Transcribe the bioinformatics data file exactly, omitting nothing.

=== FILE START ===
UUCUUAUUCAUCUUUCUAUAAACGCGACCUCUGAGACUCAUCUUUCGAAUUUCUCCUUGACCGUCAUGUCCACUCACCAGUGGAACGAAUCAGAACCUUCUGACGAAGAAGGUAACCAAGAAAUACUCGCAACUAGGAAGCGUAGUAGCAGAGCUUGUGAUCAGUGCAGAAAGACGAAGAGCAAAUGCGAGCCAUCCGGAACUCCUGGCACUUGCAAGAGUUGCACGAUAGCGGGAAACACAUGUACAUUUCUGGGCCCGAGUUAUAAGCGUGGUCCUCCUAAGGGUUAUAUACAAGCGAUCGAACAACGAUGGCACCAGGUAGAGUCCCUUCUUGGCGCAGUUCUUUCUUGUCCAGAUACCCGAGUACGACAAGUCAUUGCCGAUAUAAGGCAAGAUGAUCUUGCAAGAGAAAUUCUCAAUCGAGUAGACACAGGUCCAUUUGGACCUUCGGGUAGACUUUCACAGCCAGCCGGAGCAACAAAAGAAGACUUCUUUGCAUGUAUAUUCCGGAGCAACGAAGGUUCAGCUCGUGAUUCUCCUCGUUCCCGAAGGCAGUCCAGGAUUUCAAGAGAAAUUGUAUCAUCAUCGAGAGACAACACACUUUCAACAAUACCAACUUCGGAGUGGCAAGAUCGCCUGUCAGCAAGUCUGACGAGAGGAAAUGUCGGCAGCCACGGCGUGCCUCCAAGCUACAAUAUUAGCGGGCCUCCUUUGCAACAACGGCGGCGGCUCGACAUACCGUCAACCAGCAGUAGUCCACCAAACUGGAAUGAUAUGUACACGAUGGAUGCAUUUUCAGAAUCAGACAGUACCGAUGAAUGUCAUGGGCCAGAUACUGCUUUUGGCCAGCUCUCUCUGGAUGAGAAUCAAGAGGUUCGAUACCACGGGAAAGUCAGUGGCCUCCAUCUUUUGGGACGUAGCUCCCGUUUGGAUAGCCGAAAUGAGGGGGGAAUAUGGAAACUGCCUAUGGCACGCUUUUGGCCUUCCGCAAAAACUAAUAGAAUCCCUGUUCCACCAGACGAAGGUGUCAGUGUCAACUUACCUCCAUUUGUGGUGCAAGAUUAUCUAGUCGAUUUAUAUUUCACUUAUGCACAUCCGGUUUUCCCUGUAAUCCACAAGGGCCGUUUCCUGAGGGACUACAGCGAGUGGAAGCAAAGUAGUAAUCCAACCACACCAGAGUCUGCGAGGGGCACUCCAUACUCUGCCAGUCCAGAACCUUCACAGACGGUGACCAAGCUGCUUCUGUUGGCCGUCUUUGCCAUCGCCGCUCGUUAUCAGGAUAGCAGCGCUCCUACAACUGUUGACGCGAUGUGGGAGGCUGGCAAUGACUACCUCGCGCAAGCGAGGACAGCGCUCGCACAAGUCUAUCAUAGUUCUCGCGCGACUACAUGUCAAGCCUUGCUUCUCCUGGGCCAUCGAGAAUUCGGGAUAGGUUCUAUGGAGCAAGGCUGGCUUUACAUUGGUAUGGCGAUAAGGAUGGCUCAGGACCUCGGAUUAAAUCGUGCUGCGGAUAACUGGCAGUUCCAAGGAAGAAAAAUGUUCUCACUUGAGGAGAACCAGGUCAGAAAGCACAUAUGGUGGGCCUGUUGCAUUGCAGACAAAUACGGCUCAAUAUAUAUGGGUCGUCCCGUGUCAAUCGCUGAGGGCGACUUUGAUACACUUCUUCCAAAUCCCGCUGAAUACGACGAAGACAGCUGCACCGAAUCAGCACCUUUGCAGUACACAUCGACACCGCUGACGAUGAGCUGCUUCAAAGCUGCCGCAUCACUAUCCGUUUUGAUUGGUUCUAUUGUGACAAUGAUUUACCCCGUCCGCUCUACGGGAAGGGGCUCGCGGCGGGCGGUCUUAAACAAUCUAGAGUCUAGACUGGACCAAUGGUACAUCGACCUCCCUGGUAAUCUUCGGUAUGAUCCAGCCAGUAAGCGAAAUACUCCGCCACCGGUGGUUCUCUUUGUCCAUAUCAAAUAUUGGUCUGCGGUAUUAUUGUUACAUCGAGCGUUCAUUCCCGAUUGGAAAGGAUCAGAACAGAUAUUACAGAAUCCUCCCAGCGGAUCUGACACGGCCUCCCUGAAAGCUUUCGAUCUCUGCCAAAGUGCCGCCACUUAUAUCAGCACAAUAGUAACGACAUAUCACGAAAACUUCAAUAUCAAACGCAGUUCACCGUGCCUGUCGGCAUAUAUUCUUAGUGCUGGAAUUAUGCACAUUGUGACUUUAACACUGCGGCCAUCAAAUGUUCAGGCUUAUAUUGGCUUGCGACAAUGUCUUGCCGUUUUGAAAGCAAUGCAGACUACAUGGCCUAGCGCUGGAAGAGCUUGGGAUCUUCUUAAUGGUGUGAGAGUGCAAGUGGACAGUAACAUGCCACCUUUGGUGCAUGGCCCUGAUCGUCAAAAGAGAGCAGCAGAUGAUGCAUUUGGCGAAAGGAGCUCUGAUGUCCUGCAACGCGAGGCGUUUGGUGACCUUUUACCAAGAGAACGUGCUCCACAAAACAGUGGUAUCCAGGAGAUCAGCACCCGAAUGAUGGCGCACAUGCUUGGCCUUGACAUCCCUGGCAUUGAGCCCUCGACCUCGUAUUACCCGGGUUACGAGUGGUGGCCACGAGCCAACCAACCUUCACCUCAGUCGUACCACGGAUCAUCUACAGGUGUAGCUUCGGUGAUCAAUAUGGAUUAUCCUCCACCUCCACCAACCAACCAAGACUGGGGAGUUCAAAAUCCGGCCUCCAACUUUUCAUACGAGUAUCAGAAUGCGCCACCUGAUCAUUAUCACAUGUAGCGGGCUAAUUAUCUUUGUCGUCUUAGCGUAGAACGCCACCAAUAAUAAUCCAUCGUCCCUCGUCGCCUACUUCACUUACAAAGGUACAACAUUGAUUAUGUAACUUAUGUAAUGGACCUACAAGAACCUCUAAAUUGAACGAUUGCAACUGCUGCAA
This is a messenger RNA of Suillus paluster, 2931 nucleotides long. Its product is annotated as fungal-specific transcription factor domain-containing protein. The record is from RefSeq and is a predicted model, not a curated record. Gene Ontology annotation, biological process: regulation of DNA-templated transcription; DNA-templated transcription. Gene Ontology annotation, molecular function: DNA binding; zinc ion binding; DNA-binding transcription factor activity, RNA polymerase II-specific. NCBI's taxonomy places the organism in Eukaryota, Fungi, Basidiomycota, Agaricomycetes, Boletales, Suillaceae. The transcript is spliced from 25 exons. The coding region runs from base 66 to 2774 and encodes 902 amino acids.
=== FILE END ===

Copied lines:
UUCUUAUUCAUCUUUCUAUAAACGCGACCUCUGAGACUCAUCUUUCGAAUUUCUCCUUGACCGUCAUGUCCACUCACCAGUGGAACGAAUCAGAACCUUCUGACGAAGAAGGUAACCAAGAAAUACUCGCAACUAGGAAGCGUAGUAGCAGAGCUUGUGAUCAGUGCAGAAAGACGAAGAGCAAAUGCGAGCCAUCCGGAACUCCUGGCACUUGCAAGAGUUGCACGAUAGCGGGAAACACAUGUACAUUUCUGGGCCCGAGUUAUAAGCGUGGUCCUCCUAAGGGUUAUAUACAAGCGAUCGAACAACGAUGGCACCAGGUAGAGUCCCUUCUUGGCGCAGUUCUUUCUUGUCCAGAUACCCGAGUACGACAAGUCAUUGCCGAUAUAAGGCAAGAUGAUCUUGCAAGAGAAAUUCUCAAUCGAGUAGACACAGGUCCAUUUGGACCUUCGGGUAGACUUUCACAGCCAGCCGGAGCAACAAAAGAAGACUUCUUUGCAUGUAUAUUCCGGAGCAACGAAGGUUCAGCUCGUGAUUCUCCUCGUUCCCGAAGGCAGUCCAGGAUUUCAAGAGAAAUUGUAUCAUCAUCGAGAGACAACACACUUUCAACAAUACCAACUUCGGAGUGGCAAGAUCGCCUGUCAGCAAGUCUGACGAGAGGAAAUGUCGGCAGCCACGGCGUGCCUCCAAGCUACAAUAUUAGCGGGCCUCCUUUGCAACAACGGCGGCGGCUCGACAUACCGUCAACCAGCAGUAGUCCACCAAACUGGAAUGAUAUGUACACGAUGGAUGCAUUUUCAGAAUCAGACAGUACCGAUGAAUGUCAUGGGCCAGAUACUGCUUUUGGCCAGCUCUCUCUGGAUGAGAAUCAAGAGGUUCGAUACCACGGGAAAGUCAGUGGCCUCCAUCUUUUGGGACGUAGCUCCCGUUUGGAUAGCCGAAAUGAGGGGGGAAUAUGGAAACUGCCUAUGGCACGCUUUUGGCCUUCCGCAAAAACUAAUAGAAUCCCUGUUCCACCAGACGAAGGUGUCAGUGUCAACUUACCUCCAUUUGUGGUGCAAGAUUAUCUAGUCGAUUUAUAUUUCACUUAUGCACAUCCGGUUUUCCCUGUAAUCCACAAGGGCCGUUUCCUGAGGGACUACAGCGAGUGGAAGCAAAGUAGUAAUCCAACCACACCAGAGUCUGCGAGGGGCACUCCAUACUCUGCCAGUCCAGAACCUUCACAGACGGUGACCAAGCUGCUUCUGUUGGCCGUCUUUGCCAUCGCCGCUCGUUAUCAGGAUAGCAGCGCUCCUACAACUGUUGACGCGAUGUGGGAGGCUGGCAAUGACUACCUCGCGCAAGCGAGGACAGCGCUCGCACAAGUCUAUCAUAGUUCUCGCGCGACUACAUGUCAAGCCUUGCUUCUCCUGGGCCAUCGAGAAUUCGGGAUAGGUUCUAUGGAGCAAGGCUGGCUUUACAUUGGUAUGGCGAUAAGGAUGGCUCAGGACCUCGGAUUAAAUCGUGCUGCGGAUAACUGGCAGUUCCAAGGAAGAAAAAUGUUCUCACUUGAGGAGAACCAGGUCAGAAAGCACAUAUGGUGGGCCUGUUGCAUUGCAGACAAAUACGGCUCAAUAUAUAUGGGUCGUCCCGUGUCAAUCGCUGAGGGCGACUUUGAUACACUUCUUCCAAAUCCCGCUGAAUACGACGAAGACAGCUGCACCGAAUCAGCACCUUUGCAGUACACAUCGACACCGCUGACGAUGAGCUGCUUCAAAGCUGCCGCAUCACUAUCCGUUUUGAUUGGUUCUAUUGUGACAAUGAUUUACCCCGUCCGCUCUACGGGAAGGGGCUCGCGGCGGGCGGUCUUAAACAAUCUAGAGUCUAGACUGGACCAAUGGUACAUCGACCUCCCUGGUAAUCUUCGGUAUGAUCCAGCCAGUAAGCGAAAUACUCCGCCACCGGUGGUUCUCUUUGUCCAUAUCAAAUAUUGGUCUGCGGUAUUAUUGUUACAUCGAGCGUUCAUUCCCGAUUGGAAAGGAUCAGAACAGAUAUUACAGAAUCCUCCCAGCGGAUCUGACACGGCCUCCCUGAAAGCUUUCGAUCUCUGCCAAAGUGCCGCCACUUAUAUCAGCACAAUAGUAACGACAUAUCACGAAAACUUCAAUAUCAAACGCAGUUCACCGUGCCUGUCGGCAUAUAUUCUUAGUGCUGGAAUUAUGCACAUUGUGACUUUAACACUGCGGCCAUCAAAUGUUCAGGCUUAUAUUGGCUUGCGACAAUGUCUUGCCGUUUUGAAAGCAAUGCAGACUACAUGGCCUAGCGCUGGAAGAGCUUGGGAUCUUCUUAAUGGUGUGAGAGUGCAAGUGGACAGUAACAUGCCACCUUUGGUGCAUGGCCCUGAUCGUCAAAAGAGAGCAGCAGAUGAUGCAUUUGGCGAAAGGAGCUCUGAUGUCCUGCAACGCGAGGCGUUUGGUGACCUUUUACCAAGAGAACGUGCUCCACAAAACAGUGGUAUCCAGGAGAUCAGCACCCGAAUGAUGGCGCACAUGCUUGGCCUUGACAUCCCUGGCAUUGAGCCCUCGACCUCGUAUUACCCGGGUUACGAGUGGUGGCCACGAGCCAACCAACCUUCACCUCAGUCGUACCACGGAUCAUCUACAGGUGUAGCUUCGGUGAUCAAUAUGGAUUAUCCUCCACCUCCACCAACCAACCAAGACUGGGGAGUUCAAAAUCCGGCCUCCAACUUUUCAUACGAGUAUCAGAAUGCGCCACCUGAUCAUUAUCACAUGUAGCGGGCUAAUUAUCUUUGUCGUCUUAGCGUAGAACGCCACCAAUAAUAAUCCAUCGUCCCUCGUCGCCUACUUCACUUACAAAGGUACAACAUUGAUUAUGUAACUUAUGUAAUGGACCUACAAGAACCUCUAAAUUGAACGAUUGCAACUGCUGCAA
This is a messenger RNA of Suillus paluster, 2931 nucleotides long. Its product is annotated as fungal-specific transcription factor domain-containing protein. The record is from RefSeq and is a predicted model, not a curated record. Gene Ontology annotation, biological process: regulation of DNA-templated transcription; DNA-templated transcription. Gene Ontology annotation, molecular function: DNA binding; zinc ion binding; DNA-binding transcription factor activity, RNA polymerase II-specific. NCBI's taxonomy places the organism in Eukaryota, Fungi, Basidiomycota, Agaricomycetes, Boletales, Suillaceae. The transcript is spliced from 25 exons. The coding region runs from base 66 to 2774 and encodes 902 amino acids.